Posts Tagged ‘Pericles’

Shakespeare: The Winter’s Tale

February 1, 2017

51-njcrlnl-_ac_us218_I only once had the chance to teach The Winter’s Tale, sadly; it was a bit of a challenge, though, with the sixteen-year time-lapse between Acts 3 and 4, and that very strange interlude which is Act 4 itself. But I’d have liked another opportunity.

So my main approach to it has always been as a comparison to and contrast with Othello as a play about sexual jealousy, and to a lesser extent, a comparison with The Tempest as a play about forgiveness and reconciliation, as part of that curious grouping often labelled ‘Shakespeare’s Last Plays’ and categorised as a ‘romance’, whatever that may mean. In terms of genre, it is hard to classify: beginning tragically, it ends quite happily, yet doesn’t seem to merit being called either a comedy or a tragicomedy…

The sexual jealousy in Othello is fomented by an outsider – Iago – while that in The Winter’s Tale comes from within the unsteady mind of Leontes himself; both are triggered by a tiny incident, very few words, Iago’s semi-aside ‘I like not that’ and Leontes’ observation ‘Too hot, too hot’. Both fits of jealousy can initially appear incredible before we think about the nature of that emotion. Othello is never left alone long enough to come to his senses and ask the right questions; Leontes goes as far as to ask the oracle at Delphi about Hermione‘s adultery, and then rejects its judgement when it flies in the face of his own obsession.

There are many close parallels in the language of the two plays: ‘call her (Hermione) back’ and call him (Cassio) back’ were immediately striking, and then there was the idea of the hero’s mind being ‘abused by some putter-on’; in both plays, as jealousy reaches its peak, the language becomes very tortured and convoluted, but is especially so in The Winter’s Tale, and it’s not just Leontes’ language, either.

Where the plays differ, obviously, is in their resolutions. Othello is reduced to the depths, destroys the thing he loves most, and sentences himself to eternal torment for his crime; the perpetrator goes unpunished. Leontes suffers for sixteen years, having lost his heir and his wife, he thinks, but the curious fourth act allows romance to develop between his and Polixenes‘ heirs, as well as laying the groundwork for the reconciliation between the alientated friends. This is then effected in the final act, along with the miraculous coming to life of the statue of Hermione.

This all does stretch our credulity immensely. We have to remind ourselves, firstly, that Shakespeare never worked in our so-called ‘realist’ mode, and then to accept that he is exploring the possibility for, and the nature of, both forgiveness and reconciliation: he has moved on from tragedy, having exhausted its possibilities earlier on in his career as a dramatist. And though he is very different here, I have come to find the conclusions of these final plays – The Winter’s Tale, The Tempest, Cymbeline and Pericles – as powerful and moving as those of the greatest tragedies, because they offer hope, and faith in ultimate human goodness.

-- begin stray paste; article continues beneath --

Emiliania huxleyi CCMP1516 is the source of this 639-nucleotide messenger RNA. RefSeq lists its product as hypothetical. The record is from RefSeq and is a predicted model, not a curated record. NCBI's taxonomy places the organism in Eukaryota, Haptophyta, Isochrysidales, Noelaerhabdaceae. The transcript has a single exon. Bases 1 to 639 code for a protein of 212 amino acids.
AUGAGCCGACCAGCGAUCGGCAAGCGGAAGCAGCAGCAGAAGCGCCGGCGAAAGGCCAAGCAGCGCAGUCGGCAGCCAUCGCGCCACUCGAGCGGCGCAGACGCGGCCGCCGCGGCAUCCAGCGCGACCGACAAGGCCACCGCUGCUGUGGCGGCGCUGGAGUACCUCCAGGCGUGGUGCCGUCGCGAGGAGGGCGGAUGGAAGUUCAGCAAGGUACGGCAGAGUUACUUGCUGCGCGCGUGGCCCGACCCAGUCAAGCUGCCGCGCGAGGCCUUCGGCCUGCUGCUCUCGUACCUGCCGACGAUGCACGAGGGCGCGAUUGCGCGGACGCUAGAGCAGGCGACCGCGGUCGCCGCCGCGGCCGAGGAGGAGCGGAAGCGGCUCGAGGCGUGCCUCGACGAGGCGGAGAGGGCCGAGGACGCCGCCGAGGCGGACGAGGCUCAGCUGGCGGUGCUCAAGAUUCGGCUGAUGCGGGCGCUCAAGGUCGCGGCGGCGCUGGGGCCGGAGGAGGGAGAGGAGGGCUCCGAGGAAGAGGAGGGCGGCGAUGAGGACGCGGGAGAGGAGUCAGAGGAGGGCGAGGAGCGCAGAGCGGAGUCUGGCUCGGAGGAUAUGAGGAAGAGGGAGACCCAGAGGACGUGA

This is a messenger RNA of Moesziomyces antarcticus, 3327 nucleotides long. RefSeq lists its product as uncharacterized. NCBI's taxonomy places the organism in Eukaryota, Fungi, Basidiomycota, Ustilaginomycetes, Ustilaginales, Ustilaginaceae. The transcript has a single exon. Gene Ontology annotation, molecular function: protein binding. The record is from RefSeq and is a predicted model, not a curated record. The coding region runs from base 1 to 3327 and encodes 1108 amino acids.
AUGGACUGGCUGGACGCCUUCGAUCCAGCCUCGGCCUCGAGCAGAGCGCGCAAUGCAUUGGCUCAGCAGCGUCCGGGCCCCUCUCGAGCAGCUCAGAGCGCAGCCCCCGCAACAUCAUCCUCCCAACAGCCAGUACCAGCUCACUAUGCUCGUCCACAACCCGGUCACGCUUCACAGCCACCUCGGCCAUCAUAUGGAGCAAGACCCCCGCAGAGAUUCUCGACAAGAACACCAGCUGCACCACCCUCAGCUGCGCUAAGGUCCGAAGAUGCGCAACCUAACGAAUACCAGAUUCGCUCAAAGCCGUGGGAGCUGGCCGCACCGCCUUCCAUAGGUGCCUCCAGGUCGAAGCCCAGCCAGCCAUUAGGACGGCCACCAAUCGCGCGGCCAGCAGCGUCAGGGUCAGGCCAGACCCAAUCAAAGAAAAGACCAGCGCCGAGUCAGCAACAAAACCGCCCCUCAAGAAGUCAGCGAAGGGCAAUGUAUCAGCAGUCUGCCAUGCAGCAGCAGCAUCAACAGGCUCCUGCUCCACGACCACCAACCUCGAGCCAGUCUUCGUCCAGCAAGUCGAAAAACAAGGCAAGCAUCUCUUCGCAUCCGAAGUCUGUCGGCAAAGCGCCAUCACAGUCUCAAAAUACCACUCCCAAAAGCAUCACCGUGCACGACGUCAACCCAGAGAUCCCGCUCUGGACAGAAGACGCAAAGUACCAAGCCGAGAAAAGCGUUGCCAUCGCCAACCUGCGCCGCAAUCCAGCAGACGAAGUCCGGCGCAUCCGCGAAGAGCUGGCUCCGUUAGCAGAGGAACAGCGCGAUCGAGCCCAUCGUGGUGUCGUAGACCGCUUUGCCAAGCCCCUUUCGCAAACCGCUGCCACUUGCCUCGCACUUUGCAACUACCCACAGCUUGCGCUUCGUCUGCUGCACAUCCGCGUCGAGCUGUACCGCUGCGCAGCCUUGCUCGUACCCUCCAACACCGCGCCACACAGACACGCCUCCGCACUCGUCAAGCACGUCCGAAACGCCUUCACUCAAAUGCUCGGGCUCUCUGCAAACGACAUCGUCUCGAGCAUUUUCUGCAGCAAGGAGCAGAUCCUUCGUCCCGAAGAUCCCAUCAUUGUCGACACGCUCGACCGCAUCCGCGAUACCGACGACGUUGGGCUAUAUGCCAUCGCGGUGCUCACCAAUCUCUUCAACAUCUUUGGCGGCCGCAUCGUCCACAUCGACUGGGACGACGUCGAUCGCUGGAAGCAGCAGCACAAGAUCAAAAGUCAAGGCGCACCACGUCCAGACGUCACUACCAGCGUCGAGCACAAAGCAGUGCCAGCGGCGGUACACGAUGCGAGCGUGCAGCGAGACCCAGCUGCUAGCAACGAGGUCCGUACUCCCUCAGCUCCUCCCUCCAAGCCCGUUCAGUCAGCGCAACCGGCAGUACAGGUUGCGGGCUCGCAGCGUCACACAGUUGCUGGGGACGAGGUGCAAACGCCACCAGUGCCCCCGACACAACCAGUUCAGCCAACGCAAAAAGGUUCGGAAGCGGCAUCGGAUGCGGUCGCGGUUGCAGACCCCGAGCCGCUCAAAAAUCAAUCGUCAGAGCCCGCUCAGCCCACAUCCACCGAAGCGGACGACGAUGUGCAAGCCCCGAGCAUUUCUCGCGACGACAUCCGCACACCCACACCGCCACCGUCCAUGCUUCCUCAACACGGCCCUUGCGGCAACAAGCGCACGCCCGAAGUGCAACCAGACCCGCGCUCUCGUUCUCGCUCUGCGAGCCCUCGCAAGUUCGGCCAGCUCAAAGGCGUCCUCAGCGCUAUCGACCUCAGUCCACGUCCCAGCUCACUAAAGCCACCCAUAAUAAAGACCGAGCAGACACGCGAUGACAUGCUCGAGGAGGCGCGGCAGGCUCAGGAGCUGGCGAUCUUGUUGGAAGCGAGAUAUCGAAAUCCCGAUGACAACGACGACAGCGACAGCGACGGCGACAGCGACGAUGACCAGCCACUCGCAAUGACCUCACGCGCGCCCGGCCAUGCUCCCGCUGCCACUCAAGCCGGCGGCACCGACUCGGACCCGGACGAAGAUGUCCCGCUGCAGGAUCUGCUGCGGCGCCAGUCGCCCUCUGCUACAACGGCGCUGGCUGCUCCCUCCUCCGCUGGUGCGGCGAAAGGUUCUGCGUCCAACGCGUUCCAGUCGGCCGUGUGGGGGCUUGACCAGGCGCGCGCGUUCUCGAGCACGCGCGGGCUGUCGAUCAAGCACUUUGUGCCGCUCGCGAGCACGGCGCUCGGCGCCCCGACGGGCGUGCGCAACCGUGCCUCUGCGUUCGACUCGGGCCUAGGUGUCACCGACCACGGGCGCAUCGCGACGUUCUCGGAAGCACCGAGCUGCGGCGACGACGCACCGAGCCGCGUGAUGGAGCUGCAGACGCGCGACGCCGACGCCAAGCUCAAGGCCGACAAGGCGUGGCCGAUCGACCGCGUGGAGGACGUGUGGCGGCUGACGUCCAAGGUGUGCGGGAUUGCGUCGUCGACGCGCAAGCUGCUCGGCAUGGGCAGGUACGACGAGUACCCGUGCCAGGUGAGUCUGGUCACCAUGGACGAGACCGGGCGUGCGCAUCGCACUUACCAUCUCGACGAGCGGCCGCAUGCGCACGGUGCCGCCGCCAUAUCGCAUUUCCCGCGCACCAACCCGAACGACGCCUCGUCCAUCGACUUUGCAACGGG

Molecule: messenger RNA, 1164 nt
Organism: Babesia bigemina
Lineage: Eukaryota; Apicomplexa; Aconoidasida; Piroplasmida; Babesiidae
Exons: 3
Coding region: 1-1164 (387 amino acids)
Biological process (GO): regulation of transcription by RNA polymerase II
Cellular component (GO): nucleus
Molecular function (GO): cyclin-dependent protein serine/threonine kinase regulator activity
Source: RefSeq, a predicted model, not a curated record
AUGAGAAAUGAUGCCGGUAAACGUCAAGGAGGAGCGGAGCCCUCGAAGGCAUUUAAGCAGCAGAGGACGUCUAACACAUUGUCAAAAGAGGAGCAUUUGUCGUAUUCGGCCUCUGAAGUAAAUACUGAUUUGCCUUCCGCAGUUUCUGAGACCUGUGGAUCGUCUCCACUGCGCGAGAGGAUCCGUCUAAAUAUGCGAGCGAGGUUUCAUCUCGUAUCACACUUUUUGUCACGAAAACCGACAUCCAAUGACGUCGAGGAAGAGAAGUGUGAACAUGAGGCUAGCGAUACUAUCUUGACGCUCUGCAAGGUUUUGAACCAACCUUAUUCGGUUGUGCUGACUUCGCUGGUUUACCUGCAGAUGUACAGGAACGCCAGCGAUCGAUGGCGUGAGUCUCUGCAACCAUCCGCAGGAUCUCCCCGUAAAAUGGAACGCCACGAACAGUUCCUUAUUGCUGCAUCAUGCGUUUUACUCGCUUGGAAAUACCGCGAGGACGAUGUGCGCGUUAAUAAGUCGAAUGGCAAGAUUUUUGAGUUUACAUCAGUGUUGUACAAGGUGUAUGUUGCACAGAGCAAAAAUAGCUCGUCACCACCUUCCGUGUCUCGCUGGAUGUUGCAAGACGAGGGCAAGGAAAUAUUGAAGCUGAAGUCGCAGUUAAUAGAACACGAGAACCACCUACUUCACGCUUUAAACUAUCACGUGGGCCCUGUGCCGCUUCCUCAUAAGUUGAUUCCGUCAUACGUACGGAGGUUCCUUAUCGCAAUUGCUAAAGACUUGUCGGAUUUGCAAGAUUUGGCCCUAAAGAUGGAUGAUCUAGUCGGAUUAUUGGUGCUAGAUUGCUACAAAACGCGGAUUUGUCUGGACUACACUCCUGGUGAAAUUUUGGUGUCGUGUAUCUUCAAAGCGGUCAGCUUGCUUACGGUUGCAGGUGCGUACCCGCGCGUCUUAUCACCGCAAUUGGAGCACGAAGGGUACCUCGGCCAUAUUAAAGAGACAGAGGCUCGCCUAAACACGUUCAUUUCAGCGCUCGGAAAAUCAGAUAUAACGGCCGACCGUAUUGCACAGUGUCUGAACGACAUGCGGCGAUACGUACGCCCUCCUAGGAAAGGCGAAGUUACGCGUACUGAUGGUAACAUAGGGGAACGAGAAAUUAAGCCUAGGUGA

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Shakespeare: Pericles

February 6, 2016

41CK9T+8zsL._AA160_This was the only Shakespeare play I’d never read before: I’ve no idea why. Someone urged me to read it, a few years back, and I’ve finally got around to it.

Firstly, it’s not all Shakespeare’s own work: it shows, both in the language and the construction, and also in the fact that there’s no really reliable text, only a single quarto apparently scribbled down during performance and immediately after by two different people. So there are plenty of parts that are unclear, or don’t make much or any sense at all.

Then, it feels like a throwback to a more primitive dramatic form: the action is shunted along by a chorus between the acts, aided by a dumb show sometimes, which prefigures the action. There are other times when Shakespeare uses devices like these – the sonnet at the start of Romeo and Juliet gives away the entire plot, for instance, and sixteen years time is magicked away between two acts of The Winter’s Tale – but not in this consistent fashion. Through the entire play, I had the impression of Shakespeare on an off day, capable of better than this.

The plot itself is very loose, and repetitive, full of sea journeys, shipwrecks and visits to various ancient Greek statelets. Aspects of it remind one of The Tempest and also The Winter’s Tale, and the play is part of that period of Shakespeare’s work labelled the late romances.

I suspect I’ve given the impression of a play that’s not really worth bothering with. It seems not to be performed very often, and there’s only one film version available, made as part of the BBC Shakespeare series because it had to be there… and yet, it is much more than this. As the play moved into its second half, it gripped me much more, and I got a sense of the scenes that Shakespeare must have authored: the astonishing brothel scenes, where the virginal Marina is supposed to be inducted into her new role, and the really powerful and moving scene where the aged and long-suffering Pericles is finally reunited with his long-lost daughter Marina. Here there are definite echoes of the Lear and Cordelia reunion scenes, though obviously Marina survives her ordeals. And Pericles is finally reunited with his wife, who he thought had died in childbirth…

I’m very glad I finally got  around to reading it, and clearly need to revisit it soon, to pick up on what I missed first time through.

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